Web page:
With the ABC and BBC both forced to apologise, how does brand management for public broadcasters differ?

Public service broadcasters take up a unique position within the media landscape. With strict editorial guidelines and non-commercial interests, the BBC and ABC have been two of the most trusted brands in and outside media for some time. But, will the recent lapses have a longer term impact on the brands than commercial competitors? Mumbrella's Calum Jaspan investigates.

The release of the Dyson Report in the UK last month has thrown the public reputation of the BBC, and former journalist Martin Bashir, up in the air.

25-years-ago, the BBC’s flagship investigative programme, Panorama, aired an exclusive and revealing interview with the late Princess Diana (Spencer), in which several revelations proved to be a historic scoop for the broadcaster.

What was already controversial at the time, was recently confirmed to be more damaging than originally thought, with independent inquiry head Lord Dyson finding that the BBC had covered up “deceitful behaviour”, which included fabricating documents, and deceiving the Princess, in order to land the interview.

The damning report has been widely condemned, most notably by senior figures within the sitting government and the tabloid press, of which was also well-known for its treatment of Diana, Princess of Wales.

An interview with HRH The Princess of Wales

The BBC has wholeheartedly accepted Lord Dyson’s findings, committing to a review of its editorial guidelines and the rehiring of Bashir himself. The BBC board reiterated its apologies, saying: “We accepted Lord Dyson’s findings in full and reiterate the apology we have offered to all those affected by the failings identified.”

Despite this, the UK Government, which has made no secret of its intentions to cut BBC funding, has not resisted the opportunity to reprimand the broadcaster.

Culture minister John Whittingdale told MPs that the BBC had “damaged its reputation” in the UK and abroad. Home secretary, Priti Patel added that the BBC’s “reputation has been highly damaged”, and that “lessons will have to be learned”.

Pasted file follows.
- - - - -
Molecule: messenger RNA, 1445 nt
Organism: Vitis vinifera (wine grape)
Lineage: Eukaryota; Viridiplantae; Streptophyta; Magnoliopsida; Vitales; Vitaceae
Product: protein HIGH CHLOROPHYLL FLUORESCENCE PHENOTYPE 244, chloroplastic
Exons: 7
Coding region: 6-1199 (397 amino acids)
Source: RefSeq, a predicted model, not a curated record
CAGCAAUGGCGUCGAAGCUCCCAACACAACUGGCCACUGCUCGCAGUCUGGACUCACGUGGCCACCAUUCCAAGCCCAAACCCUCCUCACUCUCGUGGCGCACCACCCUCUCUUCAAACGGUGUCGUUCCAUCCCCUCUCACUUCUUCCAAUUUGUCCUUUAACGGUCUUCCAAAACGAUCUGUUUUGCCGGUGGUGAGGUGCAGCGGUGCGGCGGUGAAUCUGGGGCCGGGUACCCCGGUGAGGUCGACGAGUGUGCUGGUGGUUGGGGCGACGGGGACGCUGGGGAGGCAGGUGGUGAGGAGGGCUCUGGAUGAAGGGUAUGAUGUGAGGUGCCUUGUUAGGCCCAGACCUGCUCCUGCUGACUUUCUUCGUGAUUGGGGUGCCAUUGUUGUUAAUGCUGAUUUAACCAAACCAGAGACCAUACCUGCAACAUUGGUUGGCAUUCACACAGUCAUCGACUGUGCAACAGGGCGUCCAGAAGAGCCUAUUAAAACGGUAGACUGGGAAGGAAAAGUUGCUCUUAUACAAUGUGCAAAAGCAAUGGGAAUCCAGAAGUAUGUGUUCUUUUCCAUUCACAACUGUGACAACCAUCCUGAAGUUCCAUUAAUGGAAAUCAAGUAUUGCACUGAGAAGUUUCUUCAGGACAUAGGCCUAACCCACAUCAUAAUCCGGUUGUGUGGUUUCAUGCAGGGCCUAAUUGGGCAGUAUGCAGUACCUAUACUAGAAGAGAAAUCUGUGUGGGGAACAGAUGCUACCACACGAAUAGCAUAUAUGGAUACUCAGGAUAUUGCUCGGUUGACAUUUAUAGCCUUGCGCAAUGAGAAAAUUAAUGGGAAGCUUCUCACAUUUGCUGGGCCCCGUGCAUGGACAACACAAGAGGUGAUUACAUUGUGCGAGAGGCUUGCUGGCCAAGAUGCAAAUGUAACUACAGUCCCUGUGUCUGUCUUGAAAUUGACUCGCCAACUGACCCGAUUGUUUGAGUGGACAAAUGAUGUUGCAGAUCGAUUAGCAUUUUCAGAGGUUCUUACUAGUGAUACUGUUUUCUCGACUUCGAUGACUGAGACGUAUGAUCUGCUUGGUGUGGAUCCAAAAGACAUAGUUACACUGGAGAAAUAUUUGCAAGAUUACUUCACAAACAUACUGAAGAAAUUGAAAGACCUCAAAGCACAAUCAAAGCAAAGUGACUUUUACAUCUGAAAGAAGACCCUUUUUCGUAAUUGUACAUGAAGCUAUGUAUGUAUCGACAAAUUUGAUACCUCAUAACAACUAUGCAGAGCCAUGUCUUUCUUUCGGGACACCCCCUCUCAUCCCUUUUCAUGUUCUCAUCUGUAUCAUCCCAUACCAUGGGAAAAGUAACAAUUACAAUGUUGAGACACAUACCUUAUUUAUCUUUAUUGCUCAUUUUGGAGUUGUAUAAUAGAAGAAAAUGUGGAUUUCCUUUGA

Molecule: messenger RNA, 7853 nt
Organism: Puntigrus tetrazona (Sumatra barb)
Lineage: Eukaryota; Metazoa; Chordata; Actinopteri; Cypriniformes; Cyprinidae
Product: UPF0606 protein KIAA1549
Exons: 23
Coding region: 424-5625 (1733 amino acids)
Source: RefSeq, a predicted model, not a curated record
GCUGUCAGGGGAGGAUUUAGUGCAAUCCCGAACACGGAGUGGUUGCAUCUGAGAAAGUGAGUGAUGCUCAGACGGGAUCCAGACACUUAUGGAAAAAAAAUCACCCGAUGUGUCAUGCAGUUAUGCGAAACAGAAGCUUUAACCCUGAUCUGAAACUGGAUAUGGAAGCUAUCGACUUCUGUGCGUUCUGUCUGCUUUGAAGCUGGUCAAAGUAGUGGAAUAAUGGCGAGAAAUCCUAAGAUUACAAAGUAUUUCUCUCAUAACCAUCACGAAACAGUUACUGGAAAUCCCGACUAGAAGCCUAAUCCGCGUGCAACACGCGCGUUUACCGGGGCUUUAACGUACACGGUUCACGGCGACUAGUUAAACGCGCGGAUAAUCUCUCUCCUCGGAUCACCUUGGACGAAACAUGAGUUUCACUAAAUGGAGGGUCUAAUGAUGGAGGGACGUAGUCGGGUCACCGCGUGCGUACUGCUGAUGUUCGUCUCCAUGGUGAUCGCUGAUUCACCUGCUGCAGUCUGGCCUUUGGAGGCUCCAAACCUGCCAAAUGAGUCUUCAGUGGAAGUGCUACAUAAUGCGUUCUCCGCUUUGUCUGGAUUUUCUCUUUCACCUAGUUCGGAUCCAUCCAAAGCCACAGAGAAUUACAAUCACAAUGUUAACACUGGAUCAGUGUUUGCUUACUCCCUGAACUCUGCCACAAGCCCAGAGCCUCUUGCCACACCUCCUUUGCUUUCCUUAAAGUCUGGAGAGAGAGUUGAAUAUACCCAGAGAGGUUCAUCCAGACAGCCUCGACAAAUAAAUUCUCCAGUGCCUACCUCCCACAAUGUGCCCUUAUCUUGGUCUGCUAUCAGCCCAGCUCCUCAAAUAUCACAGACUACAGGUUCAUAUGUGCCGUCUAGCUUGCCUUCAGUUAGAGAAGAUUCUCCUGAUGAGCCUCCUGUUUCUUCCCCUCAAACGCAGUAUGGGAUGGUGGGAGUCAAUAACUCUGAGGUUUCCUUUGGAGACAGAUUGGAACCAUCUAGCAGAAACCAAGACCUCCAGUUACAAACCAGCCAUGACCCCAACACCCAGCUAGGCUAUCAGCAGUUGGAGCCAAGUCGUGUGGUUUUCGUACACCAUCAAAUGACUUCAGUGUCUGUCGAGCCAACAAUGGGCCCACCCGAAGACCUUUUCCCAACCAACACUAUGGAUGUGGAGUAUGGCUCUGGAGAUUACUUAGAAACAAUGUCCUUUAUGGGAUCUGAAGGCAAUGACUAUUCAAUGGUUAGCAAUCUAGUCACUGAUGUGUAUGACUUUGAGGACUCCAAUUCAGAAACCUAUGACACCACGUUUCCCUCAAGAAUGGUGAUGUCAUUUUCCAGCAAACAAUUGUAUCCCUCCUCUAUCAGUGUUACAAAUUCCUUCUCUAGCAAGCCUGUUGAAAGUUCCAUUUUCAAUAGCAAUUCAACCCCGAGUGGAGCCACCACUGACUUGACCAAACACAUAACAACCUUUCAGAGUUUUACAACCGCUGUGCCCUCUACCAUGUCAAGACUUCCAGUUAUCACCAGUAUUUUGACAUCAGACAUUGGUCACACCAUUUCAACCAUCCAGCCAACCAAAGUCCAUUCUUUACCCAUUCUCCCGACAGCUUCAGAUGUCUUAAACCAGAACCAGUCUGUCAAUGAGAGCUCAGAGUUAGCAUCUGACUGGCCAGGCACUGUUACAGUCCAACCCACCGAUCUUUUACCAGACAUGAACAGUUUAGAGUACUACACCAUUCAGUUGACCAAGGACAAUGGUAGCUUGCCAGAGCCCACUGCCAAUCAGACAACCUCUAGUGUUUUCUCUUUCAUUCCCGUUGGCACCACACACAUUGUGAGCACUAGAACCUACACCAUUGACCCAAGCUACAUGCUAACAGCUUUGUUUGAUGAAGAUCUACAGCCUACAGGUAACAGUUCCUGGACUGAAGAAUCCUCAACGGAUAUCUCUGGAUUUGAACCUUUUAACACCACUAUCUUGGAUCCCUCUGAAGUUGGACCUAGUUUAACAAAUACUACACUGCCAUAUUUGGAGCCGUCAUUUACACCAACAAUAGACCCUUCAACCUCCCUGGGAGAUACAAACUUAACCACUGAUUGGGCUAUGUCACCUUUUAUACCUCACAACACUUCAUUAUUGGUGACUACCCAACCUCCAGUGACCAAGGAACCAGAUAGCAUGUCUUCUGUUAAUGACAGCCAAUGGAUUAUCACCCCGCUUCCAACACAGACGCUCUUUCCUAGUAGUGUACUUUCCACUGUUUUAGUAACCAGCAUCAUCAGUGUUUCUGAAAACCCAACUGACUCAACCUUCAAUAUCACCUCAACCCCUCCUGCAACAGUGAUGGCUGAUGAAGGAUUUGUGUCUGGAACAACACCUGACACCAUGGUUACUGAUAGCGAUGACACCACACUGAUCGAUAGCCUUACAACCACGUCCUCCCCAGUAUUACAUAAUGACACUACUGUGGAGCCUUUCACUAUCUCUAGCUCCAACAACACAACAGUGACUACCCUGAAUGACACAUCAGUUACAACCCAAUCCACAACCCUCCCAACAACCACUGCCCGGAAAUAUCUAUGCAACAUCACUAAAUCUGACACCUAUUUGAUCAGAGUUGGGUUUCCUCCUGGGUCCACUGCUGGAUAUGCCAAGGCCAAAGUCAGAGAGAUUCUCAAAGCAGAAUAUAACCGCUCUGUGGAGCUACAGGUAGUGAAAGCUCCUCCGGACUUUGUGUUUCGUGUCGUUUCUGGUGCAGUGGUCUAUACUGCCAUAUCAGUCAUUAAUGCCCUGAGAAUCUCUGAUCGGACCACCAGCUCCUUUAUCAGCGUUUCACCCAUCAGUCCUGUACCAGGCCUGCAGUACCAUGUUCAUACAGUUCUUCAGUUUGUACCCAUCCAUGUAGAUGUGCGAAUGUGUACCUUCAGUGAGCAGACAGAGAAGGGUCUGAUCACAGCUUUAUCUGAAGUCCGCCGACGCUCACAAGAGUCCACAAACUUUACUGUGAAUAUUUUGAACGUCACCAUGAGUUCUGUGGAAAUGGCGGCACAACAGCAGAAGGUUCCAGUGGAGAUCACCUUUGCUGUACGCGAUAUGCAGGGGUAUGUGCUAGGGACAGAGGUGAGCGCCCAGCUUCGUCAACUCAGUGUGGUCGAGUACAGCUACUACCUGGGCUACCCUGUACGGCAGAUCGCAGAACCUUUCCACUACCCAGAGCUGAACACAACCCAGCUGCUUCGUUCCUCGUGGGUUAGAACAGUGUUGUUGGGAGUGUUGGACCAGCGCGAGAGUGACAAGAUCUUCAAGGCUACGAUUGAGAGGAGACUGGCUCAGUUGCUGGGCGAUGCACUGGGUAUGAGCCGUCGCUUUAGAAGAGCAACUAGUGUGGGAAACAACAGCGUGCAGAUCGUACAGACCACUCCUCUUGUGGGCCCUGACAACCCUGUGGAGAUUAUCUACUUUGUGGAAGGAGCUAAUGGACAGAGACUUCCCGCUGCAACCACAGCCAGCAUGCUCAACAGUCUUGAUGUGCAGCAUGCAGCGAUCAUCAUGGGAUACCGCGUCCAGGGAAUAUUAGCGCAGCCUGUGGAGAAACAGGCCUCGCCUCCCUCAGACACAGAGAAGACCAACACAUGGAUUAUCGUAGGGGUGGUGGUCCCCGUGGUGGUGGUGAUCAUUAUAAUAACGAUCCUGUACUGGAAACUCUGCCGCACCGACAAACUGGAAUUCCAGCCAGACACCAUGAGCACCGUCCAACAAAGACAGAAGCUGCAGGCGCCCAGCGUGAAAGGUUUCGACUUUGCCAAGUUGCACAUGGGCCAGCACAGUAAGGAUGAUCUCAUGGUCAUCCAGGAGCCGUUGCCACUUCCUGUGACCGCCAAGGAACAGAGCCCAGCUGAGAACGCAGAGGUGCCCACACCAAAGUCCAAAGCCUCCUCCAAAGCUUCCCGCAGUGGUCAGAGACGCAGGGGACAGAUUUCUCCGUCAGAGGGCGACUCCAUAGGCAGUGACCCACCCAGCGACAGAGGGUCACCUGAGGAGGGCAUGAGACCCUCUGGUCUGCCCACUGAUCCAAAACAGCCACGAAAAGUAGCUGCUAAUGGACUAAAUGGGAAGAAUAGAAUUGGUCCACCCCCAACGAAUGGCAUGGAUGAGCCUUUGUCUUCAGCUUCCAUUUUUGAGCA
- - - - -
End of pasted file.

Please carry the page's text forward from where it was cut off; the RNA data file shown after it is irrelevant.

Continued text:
Issues at home

On home shores, the ABC was last month was also forced to apologise for coverage it aired during the launch of Australia’s newest navy ship, the HMAS Supply. This included footage of a dance group, the 101 Doll Squadron, which said in a statement said they felt “unsafe” following the ABC’s “deceptive editing” in a news package showing the performance.

During the coverage, the ABC included cut-away shots showing governor-general David Hurley, the chief of navy and the chief of defence observing the performance.

The editing of the ABC’s dance coverage was called into question

In a statement correcting the coverage, the ABC admitted that the video “should not have been edited in that way and the ABC apologises to the governor-general and the chief of navy, and to viewers, for this error”.

The Prime Minister Scott Morrison commented on the error, saying that the ABC should “reflect” on the coverage that was aired.

In both cases, deception is the link which prompted both apologies, with each broadcaster’s charter demanding standard which exceed the coverage in question.

Held to a higher standard?

Public service broadcasting should rightly be held to a high standard, as its purpose is to serve the entire nation, and correctly inform democracy.

Within both of these Charters, editorial guidelines also apply to each which demands due impartiality, a standard which is not enforced across news media outside of those publicly funded. Interestingly, neither of these recent examples contain hints of political partisanship, usually the driving force in public response to these broadcasters impartiality.